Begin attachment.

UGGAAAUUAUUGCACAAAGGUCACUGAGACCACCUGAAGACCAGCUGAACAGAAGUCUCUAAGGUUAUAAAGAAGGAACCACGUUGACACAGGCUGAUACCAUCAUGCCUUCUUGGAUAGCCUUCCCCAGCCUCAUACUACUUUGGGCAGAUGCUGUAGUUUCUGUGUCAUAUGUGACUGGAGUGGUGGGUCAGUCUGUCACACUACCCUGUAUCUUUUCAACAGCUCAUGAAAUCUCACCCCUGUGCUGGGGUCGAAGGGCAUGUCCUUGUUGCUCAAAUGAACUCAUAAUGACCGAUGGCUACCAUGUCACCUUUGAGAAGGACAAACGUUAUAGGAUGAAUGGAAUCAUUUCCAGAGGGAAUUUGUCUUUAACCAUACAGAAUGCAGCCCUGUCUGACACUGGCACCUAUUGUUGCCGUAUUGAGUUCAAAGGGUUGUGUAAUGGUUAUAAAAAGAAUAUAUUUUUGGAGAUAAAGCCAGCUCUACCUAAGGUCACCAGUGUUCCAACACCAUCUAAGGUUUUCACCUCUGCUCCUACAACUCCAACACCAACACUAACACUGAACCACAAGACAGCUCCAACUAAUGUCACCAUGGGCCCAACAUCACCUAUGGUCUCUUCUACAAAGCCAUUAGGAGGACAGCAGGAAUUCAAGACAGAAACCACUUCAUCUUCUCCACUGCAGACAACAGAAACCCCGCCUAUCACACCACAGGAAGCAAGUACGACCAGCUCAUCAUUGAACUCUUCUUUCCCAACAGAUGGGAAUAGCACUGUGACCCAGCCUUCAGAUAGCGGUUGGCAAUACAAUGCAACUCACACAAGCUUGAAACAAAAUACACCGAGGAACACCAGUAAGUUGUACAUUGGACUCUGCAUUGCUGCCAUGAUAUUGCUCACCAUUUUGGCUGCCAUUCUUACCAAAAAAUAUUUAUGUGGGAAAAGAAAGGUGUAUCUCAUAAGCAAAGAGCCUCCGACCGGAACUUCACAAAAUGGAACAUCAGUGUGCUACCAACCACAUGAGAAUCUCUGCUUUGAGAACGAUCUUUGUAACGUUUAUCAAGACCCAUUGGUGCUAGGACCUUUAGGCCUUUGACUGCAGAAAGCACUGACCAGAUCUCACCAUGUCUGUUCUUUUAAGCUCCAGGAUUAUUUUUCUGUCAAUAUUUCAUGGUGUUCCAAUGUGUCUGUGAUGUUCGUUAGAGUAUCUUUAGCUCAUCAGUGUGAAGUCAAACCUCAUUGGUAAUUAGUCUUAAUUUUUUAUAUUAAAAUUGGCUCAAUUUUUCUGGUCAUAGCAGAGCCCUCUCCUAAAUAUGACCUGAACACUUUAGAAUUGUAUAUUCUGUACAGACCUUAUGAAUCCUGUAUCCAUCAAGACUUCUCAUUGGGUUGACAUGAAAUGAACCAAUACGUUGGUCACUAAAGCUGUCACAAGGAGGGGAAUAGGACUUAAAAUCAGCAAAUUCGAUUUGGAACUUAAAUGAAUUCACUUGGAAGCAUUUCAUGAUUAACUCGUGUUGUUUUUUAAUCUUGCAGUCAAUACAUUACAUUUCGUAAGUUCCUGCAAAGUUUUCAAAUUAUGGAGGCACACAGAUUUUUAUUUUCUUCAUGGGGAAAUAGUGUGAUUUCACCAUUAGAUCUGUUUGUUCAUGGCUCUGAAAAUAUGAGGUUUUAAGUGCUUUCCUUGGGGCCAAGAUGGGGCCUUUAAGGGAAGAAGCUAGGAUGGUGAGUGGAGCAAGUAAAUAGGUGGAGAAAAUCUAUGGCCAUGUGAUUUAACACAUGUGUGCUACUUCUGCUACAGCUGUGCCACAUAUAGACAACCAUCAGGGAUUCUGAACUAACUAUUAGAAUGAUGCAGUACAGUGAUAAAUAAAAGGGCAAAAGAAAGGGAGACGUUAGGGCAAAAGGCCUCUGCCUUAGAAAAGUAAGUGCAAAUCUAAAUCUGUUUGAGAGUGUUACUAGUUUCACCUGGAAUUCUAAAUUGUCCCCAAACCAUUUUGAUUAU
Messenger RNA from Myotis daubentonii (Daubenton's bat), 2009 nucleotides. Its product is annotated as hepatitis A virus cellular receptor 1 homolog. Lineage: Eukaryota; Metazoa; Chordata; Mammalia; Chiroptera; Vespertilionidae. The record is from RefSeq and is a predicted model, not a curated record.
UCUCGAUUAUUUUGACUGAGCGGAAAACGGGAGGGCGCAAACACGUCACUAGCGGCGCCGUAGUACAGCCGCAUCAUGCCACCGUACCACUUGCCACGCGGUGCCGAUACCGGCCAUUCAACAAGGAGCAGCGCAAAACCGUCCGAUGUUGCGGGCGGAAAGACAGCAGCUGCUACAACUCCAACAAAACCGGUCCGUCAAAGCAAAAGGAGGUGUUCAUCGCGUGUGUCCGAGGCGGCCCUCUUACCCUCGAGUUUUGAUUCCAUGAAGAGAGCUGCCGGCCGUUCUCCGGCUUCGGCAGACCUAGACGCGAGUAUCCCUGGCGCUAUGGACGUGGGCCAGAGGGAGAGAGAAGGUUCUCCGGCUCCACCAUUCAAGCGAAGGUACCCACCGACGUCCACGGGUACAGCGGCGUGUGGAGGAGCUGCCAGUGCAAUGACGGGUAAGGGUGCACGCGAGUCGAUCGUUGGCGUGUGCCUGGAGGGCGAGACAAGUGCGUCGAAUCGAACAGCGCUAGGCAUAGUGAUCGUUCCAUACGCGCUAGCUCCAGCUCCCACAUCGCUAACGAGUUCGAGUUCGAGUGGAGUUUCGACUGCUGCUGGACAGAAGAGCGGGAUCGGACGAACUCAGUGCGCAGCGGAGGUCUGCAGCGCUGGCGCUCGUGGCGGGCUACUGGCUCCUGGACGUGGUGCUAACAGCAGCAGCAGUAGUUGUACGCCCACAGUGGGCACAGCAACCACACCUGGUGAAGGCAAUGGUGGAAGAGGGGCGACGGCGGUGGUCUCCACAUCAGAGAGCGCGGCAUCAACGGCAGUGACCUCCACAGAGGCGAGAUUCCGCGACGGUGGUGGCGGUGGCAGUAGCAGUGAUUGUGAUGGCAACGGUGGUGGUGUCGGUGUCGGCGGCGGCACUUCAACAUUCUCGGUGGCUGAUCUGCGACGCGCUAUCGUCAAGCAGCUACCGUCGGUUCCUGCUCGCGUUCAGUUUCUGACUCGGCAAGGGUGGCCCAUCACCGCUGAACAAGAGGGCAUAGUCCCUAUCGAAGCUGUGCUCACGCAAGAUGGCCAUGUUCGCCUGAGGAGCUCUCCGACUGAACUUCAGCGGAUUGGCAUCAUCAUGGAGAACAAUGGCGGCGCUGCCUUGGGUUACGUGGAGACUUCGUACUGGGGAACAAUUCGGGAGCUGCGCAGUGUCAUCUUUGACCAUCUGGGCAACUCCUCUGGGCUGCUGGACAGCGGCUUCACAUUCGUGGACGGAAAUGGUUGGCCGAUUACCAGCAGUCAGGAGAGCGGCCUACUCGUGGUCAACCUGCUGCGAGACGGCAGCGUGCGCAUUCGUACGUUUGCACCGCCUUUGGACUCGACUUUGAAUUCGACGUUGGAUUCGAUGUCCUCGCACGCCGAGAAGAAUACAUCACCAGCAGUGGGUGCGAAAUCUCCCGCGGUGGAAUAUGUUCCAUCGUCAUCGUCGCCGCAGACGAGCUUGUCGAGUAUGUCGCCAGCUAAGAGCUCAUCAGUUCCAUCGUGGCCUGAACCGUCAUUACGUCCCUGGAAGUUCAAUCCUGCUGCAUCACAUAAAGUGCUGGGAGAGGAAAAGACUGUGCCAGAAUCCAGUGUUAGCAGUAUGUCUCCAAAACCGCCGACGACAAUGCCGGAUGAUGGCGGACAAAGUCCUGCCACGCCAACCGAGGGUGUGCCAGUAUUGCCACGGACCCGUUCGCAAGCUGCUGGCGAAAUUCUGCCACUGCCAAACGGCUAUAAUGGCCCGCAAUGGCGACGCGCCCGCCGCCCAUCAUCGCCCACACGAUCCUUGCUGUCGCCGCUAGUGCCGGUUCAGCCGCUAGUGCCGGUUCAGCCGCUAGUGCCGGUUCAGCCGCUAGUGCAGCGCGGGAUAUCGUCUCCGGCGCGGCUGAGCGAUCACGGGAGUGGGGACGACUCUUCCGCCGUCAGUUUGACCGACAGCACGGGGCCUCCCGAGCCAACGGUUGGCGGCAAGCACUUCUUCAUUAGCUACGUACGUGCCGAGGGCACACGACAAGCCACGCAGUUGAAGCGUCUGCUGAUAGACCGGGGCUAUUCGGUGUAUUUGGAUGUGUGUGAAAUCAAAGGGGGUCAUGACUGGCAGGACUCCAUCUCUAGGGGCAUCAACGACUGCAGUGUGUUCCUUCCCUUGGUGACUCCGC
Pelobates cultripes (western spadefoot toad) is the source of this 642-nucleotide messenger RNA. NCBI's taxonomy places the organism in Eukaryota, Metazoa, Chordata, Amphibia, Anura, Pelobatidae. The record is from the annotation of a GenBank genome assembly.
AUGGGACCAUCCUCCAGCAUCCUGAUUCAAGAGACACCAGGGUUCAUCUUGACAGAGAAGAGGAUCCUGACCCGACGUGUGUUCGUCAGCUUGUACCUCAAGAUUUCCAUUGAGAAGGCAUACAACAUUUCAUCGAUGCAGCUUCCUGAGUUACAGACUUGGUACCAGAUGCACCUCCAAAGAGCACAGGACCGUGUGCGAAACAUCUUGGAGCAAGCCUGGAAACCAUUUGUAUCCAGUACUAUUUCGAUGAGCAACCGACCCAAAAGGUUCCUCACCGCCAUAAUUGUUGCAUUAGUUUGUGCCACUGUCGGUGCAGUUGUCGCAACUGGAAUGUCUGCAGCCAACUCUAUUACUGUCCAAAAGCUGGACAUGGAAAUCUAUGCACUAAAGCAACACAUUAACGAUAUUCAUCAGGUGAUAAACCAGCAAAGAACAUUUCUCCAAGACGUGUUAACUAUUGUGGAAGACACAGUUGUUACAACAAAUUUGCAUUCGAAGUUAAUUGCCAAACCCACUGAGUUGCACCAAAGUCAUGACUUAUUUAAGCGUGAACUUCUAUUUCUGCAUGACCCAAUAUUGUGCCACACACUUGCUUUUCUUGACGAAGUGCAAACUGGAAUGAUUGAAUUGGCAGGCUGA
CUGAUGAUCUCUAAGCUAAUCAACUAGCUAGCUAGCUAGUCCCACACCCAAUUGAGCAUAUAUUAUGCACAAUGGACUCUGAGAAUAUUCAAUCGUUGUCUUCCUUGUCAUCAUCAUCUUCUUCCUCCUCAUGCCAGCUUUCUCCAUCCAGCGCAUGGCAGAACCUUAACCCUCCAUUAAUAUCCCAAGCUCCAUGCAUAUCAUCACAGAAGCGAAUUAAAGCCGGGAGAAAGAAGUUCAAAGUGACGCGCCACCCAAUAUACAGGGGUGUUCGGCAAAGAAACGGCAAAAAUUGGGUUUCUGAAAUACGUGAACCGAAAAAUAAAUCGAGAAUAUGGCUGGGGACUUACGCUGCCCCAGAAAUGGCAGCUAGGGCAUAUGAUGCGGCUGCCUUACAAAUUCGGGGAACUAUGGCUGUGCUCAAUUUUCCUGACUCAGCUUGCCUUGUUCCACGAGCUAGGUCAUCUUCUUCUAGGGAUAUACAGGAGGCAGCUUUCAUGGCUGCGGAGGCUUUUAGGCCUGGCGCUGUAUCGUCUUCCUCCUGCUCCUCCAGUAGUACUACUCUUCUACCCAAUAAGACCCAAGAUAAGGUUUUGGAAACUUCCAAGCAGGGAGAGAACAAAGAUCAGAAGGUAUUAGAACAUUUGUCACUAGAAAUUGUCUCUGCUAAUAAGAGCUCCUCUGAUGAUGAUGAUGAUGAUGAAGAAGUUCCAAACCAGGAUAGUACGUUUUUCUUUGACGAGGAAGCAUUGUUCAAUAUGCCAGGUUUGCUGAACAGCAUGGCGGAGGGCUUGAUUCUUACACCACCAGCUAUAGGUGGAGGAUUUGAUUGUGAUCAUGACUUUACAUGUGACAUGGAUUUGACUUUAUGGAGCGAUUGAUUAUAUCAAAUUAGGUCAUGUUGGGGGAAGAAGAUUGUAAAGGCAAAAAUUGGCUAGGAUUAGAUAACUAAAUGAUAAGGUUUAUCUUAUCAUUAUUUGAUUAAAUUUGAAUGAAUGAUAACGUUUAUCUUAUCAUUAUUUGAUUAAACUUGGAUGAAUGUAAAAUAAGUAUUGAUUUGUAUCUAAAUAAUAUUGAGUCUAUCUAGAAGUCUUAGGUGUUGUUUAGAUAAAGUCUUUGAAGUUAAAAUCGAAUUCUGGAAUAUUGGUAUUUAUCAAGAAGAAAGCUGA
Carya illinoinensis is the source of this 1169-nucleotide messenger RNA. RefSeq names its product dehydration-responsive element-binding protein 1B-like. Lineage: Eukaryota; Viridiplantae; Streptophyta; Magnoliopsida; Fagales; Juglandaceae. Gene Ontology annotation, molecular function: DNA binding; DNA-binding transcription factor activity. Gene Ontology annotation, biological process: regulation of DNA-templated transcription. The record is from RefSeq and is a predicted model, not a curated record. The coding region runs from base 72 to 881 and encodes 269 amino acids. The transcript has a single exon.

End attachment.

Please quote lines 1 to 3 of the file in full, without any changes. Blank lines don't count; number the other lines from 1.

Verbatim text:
UGGAAAUUAUUGCACAAAGGUCACUGAGACCACCUGAAGACCAGCUGAACAGAAGUCUCUAAGGUUAUAAAGAAGGAACCACGUUGACACAGGCUGAUACCAUCAUGCCUUCUUGGAUAGCCUUCCCCAGCCUCAUACUACUUUGGGCAGAUGCUGUAGUUUCUGUGUCAUAUGUGACUGGAGUGGUGGGUCAGUCUGUCACACUACCCUGUAUCUUUUCAACAGCUCAUGAAAUCUCACCCCUGUGCUGGGGUCGAAGGGCAUGUCCUUGUUGCUCAAAUGAACUCAUAAUGACCGAUGGCUACCAUGUCACCUUUGAGAAGGACAAACGUUAUAGGAUGAAUGGAAUCAUUUCCAGAGGGAAUUUGUCUUUAACCAUACAGAAUGCAGCCCUGUCUGACACUGGCACCUAUUGUUGCCGUAUUGAGUUCAAAGGGUUGUGUAAUGGUUAUAAAAAGAAUAUAUUUUUGGAGAUAAAGCCAGCUCUACCUAAGGUCACCAGUGUUCCAACACCAUCUAAGGUUUUCACCUCUGCUCCUACAACUCCAACACCAACACUAACACUGAACCACAAGACAGCUCCAACUAAUGUCACCAUGGGCCCAACAUCACCUAUGGUCUCUUCUACAAAGCCAUUAGGAGGACAGCAGGAAUUCAAGACAGAAACCACUUCAUCUUCUCCACUGCAGACAACAGAAACCCCGCCUAUCACACCACAGGAAGCAAGUACGACCAGCUCAUCAUUGAACUCUUCUUUCCCAACAGAUGGGAAUAGCACUGUGACCCAGCCUUCAGAUAGCGGUUGGCAAUACAAUGCAACUCACACAAGCUUGAAACAAAAUACACCGAGGAACACCAGUAAGUUGUACAUUGGACUCUGCAUUGCUGCCAUGAUAUUGCUCACCAUUUUGGCUGCCAUUCUUACCAAAAAAUAUUUAUGUGGGAAAAGAAAGGUGUAUCUCAUAAGCAAAGAGCCUCCGACCGGAACUUCACAAAAUGGAACAUCAGUGUGCUACCAACCACAUGAGAAUCUCUGCUUUGAGAACGAUCUUUGUAACGUUUAUCAAGACCCAUUGGUGCUAGGACCUUUAGGCCUUUGACUGCAGAAAGCACUGACCAGAUCUCACCAUGUCUGUUCUUUUAAGCUCCAGGAUUAUUUUUCUGUCAAUAUUUCAUGGUGUUCCAAUGUGUCUGUGAUGUUCGUUAGAGUAUCUUUAGCUCAUCAGUGUGAAGUCAAACCUCAUUGGUAAUUAGUCUUAAUUUUUUAUAUUAAAAUUGGCUCAAUUUUUCUGGUCAUAGCAGAGCCCUCUCCUAAAUAUGACCUGAACACUUUAGAAUUGUAUAUUCUGUACAGACCUUAUGAAUCCUGUAUCCAUCAAGACUUCUCAUUGGGUUGACAUGAAAUGAACCAAUACGUUGGUCACUAAAGCUGUCACAAGGAGGGGAAUAGGACUUAAAAUCAGCAAAUUCGAUUUGGAACUUAAAUGAAUUCACUUGGAAGCAUUUCAUGAUUAACUCGUGUUGUUUUUUAAUCUUGCAGUCAAUACAUUACAUUUCGUAAGUUCCUGCAAAGUUUUCAAAUUAUGGAGGCACACAGAUUUUUAUUUUCUUCAUGGGGAAAUAGUGUGAUUUCACCAUUAGAUCUGUUUGUUCAUGGCUCUGAAAAUAUGAGGUUUUAAGUGCUUUCCUUGGGGCCAAGAUGGGGCCUUUAAGGGAAGAAGCUAGGAUGGUGAGUGGAGCAAGUAAAUAGGUGGAGAAAAUCUAUGGCCAUGUGAUUUAACACAUGUGUGCUACUUCUGCUACAGCUGUGCCACAUAUAGACAACCAUCAGGGAUUCUGAACUAACUAUUAGAAUGAUGCAGUACAGUGAUAAAUAAAAGGGCAAAAGAAAGGGAGACGUUAGGGCAAAAGGCCUCUGCCUUAGAAAAGUAAGUGCAAAUCUAAAUCUGUUUGAGAGUGUUACUAGUUUCACCUGGAAUUCUAAAUUGUCCCCAAACCAUUUUGAUUAU
Messenger RNA from Myotis daubentonii (Daubenton's bat), 2009 nucleotides. Its product is annotated as hepatitis A virus cellular receptor 1 homolog. Lineage: Eukaryota; Metazoa; Chordata; Mammalia; Chiroptera; Vespertilionidae. The record is from RefSeq and is a predicted model, not a curated record.
UCUCGAUUAUUUUGACUGAGCGGAAAACGGGAGGGCGCAAACACGUCACUAGCGGCGCCGUAGUACAGCCGCAUCAUGCCACCGUACCACUUGCCACGCGGUGCCGAUACCGGCCAUUCAACAAGGAGCAGCGCAAAACCGUCCGAUGUUGCGGGCGGAAAGACAGCAGCUGCUACAACUCCAACAAAACCGGUCCGUCAAAGCAAAAGGAGGUGUUCAUCGCGUGUGUCCGAGGCGGCCCUCUUACCCUCGAGUUUUGAUUCCAUGAAGAGAGCUGCCGGCCGUUCUCCGGCUUCGGCAGACCUAGACGCGAGUAUCCCUGGCGCUAUGGACGUGGGCCAGAGGGAGAGAGAAGGUUCUCCGGCUCCACCAUUCAAGCGAAGGUACCCACCGACGUCCACGGGUACAGCGGCGUGUGGAGGAGCUGCCAGUGCAAUGACGGGUAAGGGUGCACGCGAGUCGAUCGUUGGCGUGUGCCUGGAGGGCGAGACAAGUGCGUCGAAUCGAACAGCGCUAGGCAUAGUGAUCGUUCCAUACGCGCUAGCUCCAGCUCCCACAUCGCUAACGAGUUCGAGUUCGAGUGGAGUUUCGACUGCUGCUGGACAGAAGAGCGGGAUCGGACGAACUCAGUGCGCAGCGGAGGUCUGCAGCGCUGGCGCUCGUGGCGGGCUACUGGCUCCUGGACGUGGUGCUAACAGCAGCAGCAGUAGUUGUACGCCCACAGUGGGCACAGCAACCACACCUGGUGAAGGCAAUGGUGGAAGAGGGGCGACGGCGGUGGUCUCCACAUCAGAGAGCGCGGCAUCAACGGCAGUGACCUCCACAGAGGCGAGAUUCCGCGACGGUGGUGGCGGUGGCAGUAGCAGUGAUUGUGAUGGCAACGGUGGUGGUGUCGGUGUCGGCGGCGGCACUUCAACAUUCUCGGUGGCUGAUCUGCGACGCGCUAUCGUCAAGCAGCUACCGUCGGUUCCUGCUCGCGUUCAGUUUCUGACUCGGCAAGGGUGGCCCAUCACCGCUGAACAAGAGGGCAUAGUCCCUAUCGAAGCUGUGCUCACGCAAGAUGGCCAUGUUCGCCUGAGGAGCUCUCCGACUGAACUUCAGCGGAUUGGCAUCAUCAUGGAGAACAAUGGCGGCGCUGCCUUGGGUUACGUGGAGACUUCGUACUGGGGAACAAUUCGGGAGCUGCGCAGUGUCAUCUUUGACCAUCUGGGCAACUCCUCUGGGCUGCUGGACAGCGGCUUCACAUUCGUGGACGGAAAUGGUUGGCCGAUUACCAGCAGUCAGGAGAGCGGCCUACUCGUGGUCAACCUGCUGCGAGACGGCAGCGUGCGCAUUCGUACGUUUGCACCGCCUUUGGACUCGACUUUGAAUUCGACGUUGGAUUCGAUGUCCUCGCACGCCGAGAAGAAUACAUCACCAGCAGUGGGUGCGAAAUCUCCCGCGGUGGAAUAUGUUCCAUCGUCAUCGUCGCCGCAGACGAGCUUGUCGAGUAUGUCGCCAGCUAAGAGCUCAUCAGUUCCAUCGUGGCCUGAACCGUCAUUACGUCCCUGGAAGUUCAAUCCUGCUGCAUCACAUAAAGUGCUGGGAGAGGAAAAGACUGUGCCAGAAUCCAGUGUUAGCAGUAUGUCUCCAAAACCGCCGACGACAAUGCCGGAUGAUGGCGGACAAAGUCCUGCCACGCCAACCGAGGGUGUGCCAGUAUUGCCACGGACCCGUUCGCAAGCUGCUGGCGAAAUUCUGCCACUGCCAAACGGCUAUAAUGGCCCGCAAUGGCGACGCGCCCGCCGCCCAUCAUCGCCCACACGAUCCUUGCUGUCGCCGCUAGUGCCGGUUCAGCCGCUAGUGCCGGUUCAGCCGCUAGUGCCGGUUCAGCCGCUAGUGCAGCGCGGGAUAUCGUCUCCGGCGCGGCUGAGCGAUCACGGGAGUGGGGACGACUCUUCCGCCGUCAGUUUGACCGACAGCACGGGGCCUCCCGAGCCAACGGUUGGCGGCAAGCACUUCUUCAUUAGCUACGUACGUGCCGAGGGCACACGACAAGCCACGCAGUUGAAGCGUCUGCUGAUAGACCGGGGCUAUUCGGUGUAUUUGGAUGUGUGUGAAAUCAAAGGGGGUCAUGACUGGCAGGACUCCAUCUCUAGGGGCAUCAACGACUGCAGUGUGUUCCUUCCCUUGGUGACUCCGC